Honeycomb Could Drive Android App Production


 

5. Android 2.2 doesn't cut it

Through 2010, Google had very little presence in the tablet space, relying mostly on Android 2.2 to help it compete with Apple's iPad. But as Google pointed out last year, Android 2.2 doesn't cut it on tablets. And, for the most part, it seemed like a bridge to Android 3.0. For Google, that's a good thing. If the company didn't have a solution for tablets that could best Android 2.2 Froyo, it would be in trouble.

6. Developers will like what they see

Based on what's known about Android 3.0 Honeycomb right now, developers will probably like what they see in the platform. Google has redesigned user-interface widgets to help developers do more with their apps. The platform's Action Bar should help developers do the same. Perhaps most important, Android 3.0 Honeycomb's developer-friendliness could improve the platform's chances of matching iOS in terms of available apps. Right now, building up the stock of Android apps is an important goal.

7. It should keep Google's momentum going

Google is performing extremely well in the mobile market. Not only did the company's platform outperform Nokia's Symbian operating system in the fourth quarter, but, in the tablet space, Android saw some success running on Samsung's Galaxy Tab tablet. With the help of Honeycomb, Google can keep the pressure on and continue to prove to customers that it will deliver more appealing services with each passing year.

8. Better multitasking

Android 3.0 Honeycomb is expected to deliver an improved multitasking interface. That's something that folks who use iOS, Android, or any other mobile OS sporting "multitasking" will like to hear. Multitasking on mobile devices has been suspect, to say the least. In iOS, the standard by which other multitasking options are judged, switching between applications is more difficult than it should be. Google hopes to solve that. If it's successful, the company could have a winner on its hands with Honeycomb.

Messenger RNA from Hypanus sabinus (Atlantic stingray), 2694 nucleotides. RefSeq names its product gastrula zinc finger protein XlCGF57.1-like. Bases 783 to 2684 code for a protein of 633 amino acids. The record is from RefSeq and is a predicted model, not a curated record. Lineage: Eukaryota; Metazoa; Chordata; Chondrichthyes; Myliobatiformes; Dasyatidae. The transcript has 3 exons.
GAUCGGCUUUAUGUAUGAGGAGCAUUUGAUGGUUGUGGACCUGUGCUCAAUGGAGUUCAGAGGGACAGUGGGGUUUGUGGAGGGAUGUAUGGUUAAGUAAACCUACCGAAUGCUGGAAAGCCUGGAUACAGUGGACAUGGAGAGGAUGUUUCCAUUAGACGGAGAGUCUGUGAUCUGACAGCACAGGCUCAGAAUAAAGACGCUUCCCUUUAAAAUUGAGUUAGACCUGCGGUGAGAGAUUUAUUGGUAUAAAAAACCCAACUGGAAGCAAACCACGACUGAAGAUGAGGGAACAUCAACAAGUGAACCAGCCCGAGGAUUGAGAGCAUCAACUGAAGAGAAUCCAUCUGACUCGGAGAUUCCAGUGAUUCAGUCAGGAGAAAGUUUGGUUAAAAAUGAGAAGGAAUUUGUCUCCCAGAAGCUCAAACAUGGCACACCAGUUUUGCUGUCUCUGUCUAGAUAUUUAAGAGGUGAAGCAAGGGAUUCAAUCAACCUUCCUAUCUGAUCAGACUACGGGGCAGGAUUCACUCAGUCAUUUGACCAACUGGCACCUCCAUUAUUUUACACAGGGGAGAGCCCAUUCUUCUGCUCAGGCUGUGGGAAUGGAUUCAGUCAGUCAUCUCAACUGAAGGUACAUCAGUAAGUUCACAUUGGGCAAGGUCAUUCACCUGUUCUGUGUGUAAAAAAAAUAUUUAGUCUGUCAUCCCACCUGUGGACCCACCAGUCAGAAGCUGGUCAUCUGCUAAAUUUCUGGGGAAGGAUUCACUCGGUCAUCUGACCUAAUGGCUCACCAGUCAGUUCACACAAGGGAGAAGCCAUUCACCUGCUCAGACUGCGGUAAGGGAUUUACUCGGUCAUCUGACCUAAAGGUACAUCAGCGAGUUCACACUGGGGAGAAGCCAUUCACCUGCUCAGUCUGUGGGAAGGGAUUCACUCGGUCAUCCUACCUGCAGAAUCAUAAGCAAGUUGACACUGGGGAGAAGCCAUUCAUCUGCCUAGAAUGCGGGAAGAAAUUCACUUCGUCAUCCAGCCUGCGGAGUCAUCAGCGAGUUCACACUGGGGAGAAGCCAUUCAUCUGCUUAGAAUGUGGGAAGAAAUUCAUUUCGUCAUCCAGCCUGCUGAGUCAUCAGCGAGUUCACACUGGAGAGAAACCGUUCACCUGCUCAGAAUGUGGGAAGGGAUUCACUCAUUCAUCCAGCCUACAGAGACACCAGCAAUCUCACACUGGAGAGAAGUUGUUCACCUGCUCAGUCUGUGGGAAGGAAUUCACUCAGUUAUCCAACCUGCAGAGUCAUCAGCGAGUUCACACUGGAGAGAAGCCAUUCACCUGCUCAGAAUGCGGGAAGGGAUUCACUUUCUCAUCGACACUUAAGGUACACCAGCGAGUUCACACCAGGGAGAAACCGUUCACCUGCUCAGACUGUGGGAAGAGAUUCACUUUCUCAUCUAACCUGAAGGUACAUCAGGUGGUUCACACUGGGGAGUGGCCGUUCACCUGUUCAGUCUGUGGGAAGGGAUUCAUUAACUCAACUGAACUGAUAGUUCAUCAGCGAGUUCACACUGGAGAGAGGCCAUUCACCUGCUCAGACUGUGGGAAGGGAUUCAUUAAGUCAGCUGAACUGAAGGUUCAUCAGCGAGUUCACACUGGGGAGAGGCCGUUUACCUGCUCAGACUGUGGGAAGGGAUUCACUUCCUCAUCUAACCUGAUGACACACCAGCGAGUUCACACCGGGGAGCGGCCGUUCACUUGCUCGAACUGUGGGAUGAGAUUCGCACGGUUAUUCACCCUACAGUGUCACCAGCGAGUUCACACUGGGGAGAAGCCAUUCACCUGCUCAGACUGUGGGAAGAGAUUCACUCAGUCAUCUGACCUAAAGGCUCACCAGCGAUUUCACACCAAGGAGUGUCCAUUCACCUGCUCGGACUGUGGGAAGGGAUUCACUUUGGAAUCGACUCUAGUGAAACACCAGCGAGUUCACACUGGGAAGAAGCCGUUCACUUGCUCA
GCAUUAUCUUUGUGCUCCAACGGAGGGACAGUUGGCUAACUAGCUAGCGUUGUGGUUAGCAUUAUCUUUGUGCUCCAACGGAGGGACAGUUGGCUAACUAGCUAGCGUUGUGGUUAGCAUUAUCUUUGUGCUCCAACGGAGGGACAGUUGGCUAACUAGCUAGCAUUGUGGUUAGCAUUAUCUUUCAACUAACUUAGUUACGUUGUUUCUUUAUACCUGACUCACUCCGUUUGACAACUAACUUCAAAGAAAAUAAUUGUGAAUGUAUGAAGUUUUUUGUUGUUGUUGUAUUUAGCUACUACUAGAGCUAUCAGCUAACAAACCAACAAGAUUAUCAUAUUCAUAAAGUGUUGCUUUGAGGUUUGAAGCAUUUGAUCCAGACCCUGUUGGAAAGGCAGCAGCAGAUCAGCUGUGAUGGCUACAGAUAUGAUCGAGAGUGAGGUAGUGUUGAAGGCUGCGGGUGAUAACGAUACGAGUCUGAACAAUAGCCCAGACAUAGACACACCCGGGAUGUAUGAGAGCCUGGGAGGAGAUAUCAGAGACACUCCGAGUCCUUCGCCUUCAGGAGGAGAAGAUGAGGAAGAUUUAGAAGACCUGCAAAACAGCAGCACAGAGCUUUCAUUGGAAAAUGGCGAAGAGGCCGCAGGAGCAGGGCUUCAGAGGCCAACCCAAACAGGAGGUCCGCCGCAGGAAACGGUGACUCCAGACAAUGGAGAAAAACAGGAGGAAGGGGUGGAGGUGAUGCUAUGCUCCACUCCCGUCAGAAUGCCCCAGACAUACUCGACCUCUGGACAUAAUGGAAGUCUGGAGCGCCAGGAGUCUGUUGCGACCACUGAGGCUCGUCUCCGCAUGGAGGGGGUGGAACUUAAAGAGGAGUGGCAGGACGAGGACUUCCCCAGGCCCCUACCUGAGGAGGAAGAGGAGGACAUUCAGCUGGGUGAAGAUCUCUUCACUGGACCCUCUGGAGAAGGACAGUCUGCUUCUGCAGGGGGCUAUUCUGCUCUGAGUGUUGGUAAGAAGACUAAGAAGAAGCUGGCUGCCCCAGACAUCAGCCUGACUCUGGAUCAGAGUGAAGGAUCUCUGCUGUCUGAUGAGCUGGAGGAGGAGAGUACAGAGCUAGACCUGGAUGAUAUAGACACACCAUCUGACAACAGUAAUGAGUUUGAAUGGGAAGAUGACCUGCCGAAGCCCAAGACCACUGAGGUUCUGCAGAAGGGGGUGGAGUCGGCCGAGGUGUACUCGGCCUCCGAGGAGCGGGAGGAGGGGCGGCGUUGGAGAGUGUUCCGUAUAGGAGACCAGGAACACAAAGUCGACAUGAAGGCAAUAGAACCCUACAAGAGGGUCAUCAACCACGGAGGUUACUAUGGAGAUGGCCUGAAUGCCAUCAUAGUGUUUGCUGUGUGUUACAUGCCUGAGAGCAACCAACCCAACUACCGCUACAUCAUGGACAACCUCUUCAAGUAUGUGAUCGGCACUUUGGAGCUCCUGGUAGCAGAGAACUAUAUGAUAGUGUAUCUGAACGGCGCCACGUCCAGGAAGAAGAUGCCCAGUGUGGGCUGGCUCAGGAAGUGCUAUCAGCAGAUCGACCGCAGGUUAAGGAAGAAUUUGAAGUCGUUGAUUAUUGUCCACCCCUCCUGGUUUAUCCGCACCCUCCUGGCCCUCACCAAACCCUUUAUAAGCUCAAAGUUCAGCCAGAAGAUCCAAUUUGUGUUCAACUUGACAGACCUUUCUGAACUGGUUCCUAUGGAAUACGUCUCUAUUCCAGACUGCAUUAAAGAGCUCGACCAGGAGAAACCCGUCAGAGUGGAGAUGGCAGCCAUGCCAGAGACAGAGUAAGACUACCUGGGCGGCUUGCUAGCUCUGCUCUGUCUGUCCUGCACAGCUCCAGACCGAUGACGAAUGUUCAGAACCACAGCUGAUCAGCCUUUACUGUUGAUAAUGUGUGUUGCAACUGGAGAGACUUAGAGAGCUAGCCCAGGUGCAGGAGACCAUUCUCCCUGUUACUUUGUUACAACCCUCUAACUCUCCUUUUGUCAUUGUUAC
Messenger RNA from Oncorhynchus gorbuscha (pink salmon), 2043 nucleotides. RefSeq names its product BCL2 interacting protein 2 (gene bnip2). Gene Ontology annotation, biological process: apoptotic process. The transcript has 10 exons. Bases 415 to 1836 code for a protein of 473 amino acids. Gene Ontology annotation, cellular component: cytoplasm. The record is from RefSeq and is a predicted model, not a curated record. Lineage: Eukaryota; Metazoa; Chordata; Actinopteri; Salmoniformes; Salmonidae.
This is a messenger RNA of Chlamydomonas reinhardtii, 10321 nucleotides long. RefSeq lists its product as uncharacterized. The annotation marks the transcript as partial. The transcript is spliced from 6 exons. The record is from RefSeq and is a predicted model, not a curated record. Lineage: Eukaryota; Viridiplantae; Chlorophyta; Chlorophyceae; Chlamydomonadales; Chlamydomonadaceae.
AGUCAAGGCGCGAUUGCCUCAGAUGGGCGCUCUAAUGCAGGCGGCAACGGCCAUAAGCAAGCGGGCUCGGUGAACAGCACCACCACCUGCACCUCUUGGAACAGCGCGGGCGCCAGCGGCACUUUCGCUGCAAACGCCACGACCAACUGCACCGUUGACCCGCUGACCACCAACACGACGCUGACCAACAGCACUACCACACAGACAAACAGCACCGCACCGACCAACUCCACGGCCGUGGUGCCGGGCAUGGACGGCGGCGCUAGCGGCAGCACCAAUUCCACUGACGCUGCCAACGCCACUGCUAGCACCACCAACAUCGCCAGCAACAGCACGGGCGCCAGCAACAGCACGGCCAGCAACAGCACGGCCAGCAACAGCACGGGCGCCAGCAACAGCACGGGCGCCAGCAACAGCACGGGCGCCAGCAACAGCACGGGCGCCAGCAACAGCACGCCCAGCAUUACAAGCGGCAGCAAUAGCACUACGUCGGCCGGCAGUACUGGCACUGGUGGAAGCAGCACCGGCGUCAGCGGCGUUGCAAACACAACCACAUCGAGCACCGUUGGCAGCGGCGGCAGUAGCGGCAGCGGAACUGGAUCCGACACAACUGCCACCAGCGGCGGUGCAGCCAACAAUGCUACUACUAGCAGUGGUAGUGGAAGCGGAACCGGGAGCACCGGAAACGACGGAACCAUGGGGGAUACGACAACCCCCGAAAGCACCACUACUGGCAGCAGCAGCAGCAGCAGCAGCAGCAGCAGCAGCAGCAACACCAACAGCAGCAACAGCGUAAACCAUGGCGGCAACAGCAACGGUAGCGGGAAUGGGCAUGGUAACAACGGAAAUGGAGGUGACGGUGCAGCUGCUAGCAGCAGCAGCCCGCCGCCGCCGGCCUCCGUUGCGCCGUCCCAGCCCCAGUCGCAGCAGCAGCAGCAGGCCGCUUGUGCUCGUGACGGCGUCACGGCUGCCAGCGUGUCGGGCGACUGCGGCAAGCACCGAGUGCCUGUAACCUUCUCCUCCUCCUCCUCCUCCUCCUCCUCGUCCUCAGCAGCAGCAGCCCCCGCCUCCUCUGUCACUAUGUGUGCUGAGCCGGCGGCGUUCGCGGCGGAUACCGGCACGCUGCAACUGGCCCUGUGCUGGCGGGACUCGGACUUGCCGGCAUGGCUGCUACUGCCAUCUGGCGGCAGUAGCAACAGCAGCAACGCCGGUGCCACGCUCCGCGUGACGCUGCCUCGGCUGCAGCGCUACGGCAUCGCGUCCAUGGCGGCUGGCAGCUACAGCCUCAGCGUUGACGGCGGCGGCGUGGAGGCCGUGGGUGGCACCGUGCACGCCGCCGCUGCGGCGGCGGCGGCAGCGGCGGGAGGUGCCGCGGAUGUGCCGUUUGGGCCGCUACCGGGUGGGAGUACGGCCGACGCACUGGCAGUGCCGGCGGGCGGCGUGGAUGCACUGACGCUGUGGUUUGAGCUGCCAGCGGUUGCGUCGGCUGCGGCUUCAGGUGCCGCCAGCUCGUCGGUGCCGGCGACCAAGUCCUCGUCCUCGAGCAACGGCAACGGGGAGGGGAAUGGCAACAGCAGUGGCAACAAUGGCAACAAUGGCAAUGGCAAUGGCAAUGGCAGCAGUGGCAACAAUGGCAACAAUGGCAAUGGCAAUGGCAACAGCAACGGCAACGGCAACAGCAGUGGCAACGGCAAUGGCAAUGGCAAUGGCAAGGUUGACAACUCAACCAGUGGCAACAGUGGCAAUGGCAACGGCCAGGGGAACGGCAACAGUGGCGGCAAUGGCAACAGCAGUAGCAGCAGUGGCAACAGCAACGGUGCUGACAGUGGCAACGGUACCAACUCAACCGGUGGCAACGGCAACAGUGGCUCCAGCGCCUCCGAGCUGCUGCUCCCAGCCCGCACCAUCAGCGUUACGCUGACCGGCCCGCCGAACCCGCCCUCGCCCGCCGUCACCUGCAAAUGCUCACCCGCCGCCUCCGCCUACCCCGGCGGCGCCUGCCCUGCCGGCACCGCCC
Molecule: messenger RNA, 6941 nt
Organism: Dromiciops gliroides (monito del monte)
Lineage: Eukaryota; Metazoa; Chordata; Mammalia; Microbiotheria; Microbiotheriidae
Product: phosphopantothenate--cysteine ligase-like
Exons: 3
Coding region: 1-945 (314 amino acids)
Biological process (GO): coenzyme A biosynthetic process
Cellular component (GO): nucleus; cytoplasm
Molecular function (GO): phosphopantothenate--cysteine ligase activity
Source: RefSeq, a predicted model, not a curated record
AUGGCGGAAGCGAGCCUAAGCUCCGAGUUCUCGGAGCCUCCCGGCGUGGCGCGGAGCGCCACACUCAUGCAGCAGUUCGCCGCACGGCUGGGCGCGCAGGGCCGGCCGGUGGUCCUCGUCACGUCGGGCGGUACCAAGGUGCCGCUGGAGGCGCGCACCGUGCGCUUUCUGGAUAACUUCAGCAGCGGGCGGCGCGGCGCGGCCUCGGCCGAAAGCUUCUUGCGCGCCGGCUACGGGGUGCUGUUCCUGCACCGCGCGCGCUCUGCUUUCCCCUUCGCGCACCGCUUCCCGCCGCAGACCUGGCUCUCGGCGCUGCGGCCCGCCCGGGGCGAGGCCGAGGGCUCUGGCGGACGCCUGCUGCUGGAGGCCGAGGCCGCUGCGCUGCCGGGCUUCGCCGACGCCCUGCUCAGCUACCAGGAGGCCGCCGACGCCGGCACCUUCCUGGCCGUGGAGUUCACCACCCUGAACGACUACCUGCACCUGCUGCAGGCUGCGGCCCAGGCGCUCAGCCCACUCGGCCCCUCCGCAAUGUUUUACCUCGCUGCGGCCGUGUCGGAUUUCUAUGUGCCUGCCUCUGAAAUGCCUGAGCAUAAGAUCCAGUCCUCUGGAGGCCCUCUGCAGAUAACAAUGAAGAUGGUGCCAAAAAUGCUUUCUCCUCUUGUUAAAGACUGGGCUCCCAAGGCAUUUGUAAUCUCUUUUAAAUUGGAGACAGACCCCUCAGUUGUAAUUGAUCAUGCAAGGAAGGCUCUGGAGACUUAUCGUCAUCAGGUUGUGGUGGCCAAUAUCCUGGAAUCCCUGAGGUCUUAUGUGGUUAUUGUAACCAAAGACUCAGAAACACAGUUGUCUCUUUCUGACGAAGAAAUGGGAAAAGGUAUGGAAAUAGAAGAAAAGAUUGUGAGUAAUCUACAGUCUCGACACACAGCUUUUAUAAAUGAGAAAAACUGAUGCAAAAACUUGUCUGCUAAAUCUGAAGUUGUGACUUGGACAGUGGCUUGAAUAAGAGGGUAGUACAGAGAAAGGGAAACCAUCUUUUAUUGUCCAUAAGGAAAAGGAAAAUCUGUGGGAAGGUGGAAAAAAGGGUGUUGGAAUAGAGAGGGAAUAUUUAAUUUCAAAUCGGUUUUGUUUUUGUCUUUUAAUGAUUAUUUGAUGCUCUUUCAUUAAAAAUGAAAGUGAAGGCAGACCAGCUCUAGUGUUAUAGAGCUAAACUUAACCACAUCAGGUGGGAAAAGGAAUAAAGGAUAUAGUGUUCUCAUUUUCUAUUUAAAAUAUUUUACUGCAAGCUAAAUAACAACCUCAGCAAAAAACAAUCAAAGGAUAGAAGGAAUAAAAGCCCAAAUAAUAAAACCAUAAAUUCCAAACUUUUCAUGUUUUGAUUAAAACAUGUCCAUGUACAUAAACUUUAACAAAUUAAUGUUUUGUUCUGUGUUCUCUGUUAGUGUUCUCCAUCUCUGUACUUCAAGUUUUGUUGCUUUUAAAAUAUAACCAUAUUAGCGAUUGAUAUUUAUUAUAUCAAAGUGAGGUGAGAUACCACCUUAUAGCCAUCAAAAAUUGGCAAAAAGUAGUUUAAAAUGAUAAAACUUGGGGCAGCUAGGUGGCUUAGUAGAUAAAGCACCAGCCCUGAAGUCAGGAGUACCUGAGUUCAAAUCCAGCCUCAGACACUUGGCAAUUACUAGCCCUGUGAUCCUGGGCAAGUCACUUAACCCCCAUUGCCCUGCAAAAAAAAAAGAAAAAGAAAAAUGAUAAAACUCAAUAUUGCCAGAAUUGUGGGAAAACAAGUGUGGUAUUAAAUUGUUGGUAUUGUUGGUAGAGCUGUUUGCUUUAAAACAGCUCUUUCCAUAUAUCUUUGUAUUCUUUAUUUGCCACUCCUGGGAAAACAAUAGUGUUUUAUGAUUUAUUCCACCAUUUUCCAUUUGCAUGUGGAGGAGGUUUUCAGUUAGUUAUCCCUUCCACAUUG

9. It could change browsing on tablets

Another key aspect of Android 3.0 Honeycomb is that it offers a vastly improved browsing experience. According to Google, users will have full-tabbed browsing functionality, auto-fill of forms, and the ability to sync with existing Google Chrome bookmarks. An incognito mode for private browsing will also be available. If those features are implemented well, consumers might quickly realize that Apple's Safari browser falls short-in a big way.

10. It integrates Google's many tools

Honeycomb's importance to Google and the wider tablet market goes beyond that space. The operating system could have a profound impact on Google's other businesses. According to the company, its platform will offer "3D interactions" with Google Maps 5, integration with Google Talk, and the ability to access Google eBooks. If Honeycomb succeeds, it will make the company's other services all the more popular. And that would  make all the difference in the world.